I read a small piece here where a guy says the Yankees are after Chicago’s Marlon Byrd.
Where has it ever been reported that the Yankees are interested in Marlon Byrd? I love it when these guys listen to talk radio, and report what one of the hosts suggest as “rumors” and “needs.” Earlier yesterday, WFAN host Mike Francesca suggested the Yankees would be better with Marlon Byrd, as he is cheap (3 yrs/$15 thru 2012) and a “pretty good hitter, c’mon he is second in the National League in hitting.”
First, the do not need another outfielder. They have Brett Gardner in left field (.320/.402/.422/.824 OPS), Curtis Granderson in center field (.235/.313/.426/.739 OPS) and Nick Swisher in right field (.298/.378/.512/.890 OPS).
Where is the room for Byrd?
Where would he play? Oh, you mean he will play for Granderson against lefties? Sure Curtis is a dismal .207/.246/.328/.573 OPS versus southpaws, so now the suggestion is to platoon Byrd and Granderson in center.
We now have a $12 million platoon centerfield position. That is really good. This retards the growth of Granderson in getting to hit lefties. Changing a players approach to hitting takes time.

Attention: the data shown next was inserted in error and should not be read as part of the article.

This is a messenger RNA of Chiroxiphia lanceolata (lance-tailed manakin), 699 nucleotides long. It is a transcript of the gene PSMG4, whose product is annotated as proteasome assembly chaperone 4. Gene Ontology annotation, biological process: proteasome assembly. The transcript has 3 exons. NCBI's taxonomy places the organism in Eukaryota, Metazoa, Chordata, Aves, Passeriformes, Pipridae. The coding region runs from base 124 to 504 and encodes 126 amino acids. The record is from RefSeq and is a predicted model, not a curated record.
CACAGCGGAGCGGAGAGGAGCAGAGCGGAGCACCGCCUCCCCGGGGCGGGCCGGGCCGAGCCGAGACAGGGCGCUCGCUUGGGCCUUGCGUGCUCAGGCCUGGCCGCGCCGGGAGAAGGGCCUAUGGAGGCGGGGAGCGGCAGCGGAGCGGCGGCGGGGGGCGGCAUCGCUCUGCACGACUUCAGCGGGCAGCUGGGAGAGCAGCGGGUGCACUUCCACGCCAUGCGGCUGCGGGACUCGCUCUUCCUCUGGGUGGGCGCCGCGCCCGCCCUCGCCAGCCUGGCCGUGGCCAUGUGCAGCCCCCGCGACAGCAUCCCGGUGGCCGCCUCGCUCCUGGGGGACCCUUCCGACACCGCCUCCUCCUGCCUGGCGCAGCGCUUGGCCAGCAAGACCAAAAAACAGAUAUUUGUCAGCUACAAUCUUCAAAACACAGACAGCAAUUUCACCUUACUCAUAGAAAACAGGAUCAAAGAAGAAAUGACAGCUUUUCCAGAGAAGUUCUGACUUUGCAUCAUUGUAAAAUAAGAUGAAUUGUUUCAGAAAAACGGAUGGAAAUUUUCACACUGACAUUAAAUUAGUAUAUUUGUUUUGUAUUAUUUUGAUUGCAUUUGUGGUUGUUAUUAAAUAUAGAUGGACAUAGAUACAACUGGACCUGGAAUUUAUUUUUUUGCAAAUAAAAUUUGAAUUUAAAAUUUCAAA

Kevin Long is a really good hitting coach. He has worked for two seasons with Gardner and Swisher, and they have responded tremendously. Long has had four months with Granderson. Four months. A few tweaks in hitting mechanics can be done quickly, but to transfer that “tweaking” to games takes much longer than four months.
And why would people think that the Chicago Cubs would trade their only productive, low-cost hitter in Marlon Byrd? His contract is great, and they have guys like Derrek Lee, Kosuke Fukodome and Aramis Ramirez getting big money to not hit.
Alfonso Soriano is having an MVP-type year compared to those three Cub hitters.
True, the Cubs have a good young outfielder named Tyler Colvin, but why not have Byrd and Colvin in the outfield more often? Xavier Nady is better trade bait for the Cubs, but the Yankees don’t need him here again mucking up things.
After talking about Byrd, the author discusses the Yankees and Baltimore Orioles utility guy Ty Wigginton.
Wigginton would make more sense, but he hasn’t hit that well since a scorching first six weeks of the 2010 season.
He only has three home runs since the first week of May and NONE in the last month. And if you saw him on defense against the Yankees a few weeks ago, he is brutal with the glove.
But I would trade Kevin Russo and any pitcher at Double A Trenton not named DJ Mitchell, Hector Noesi, Tim Norton or David Phelps for Wigginton.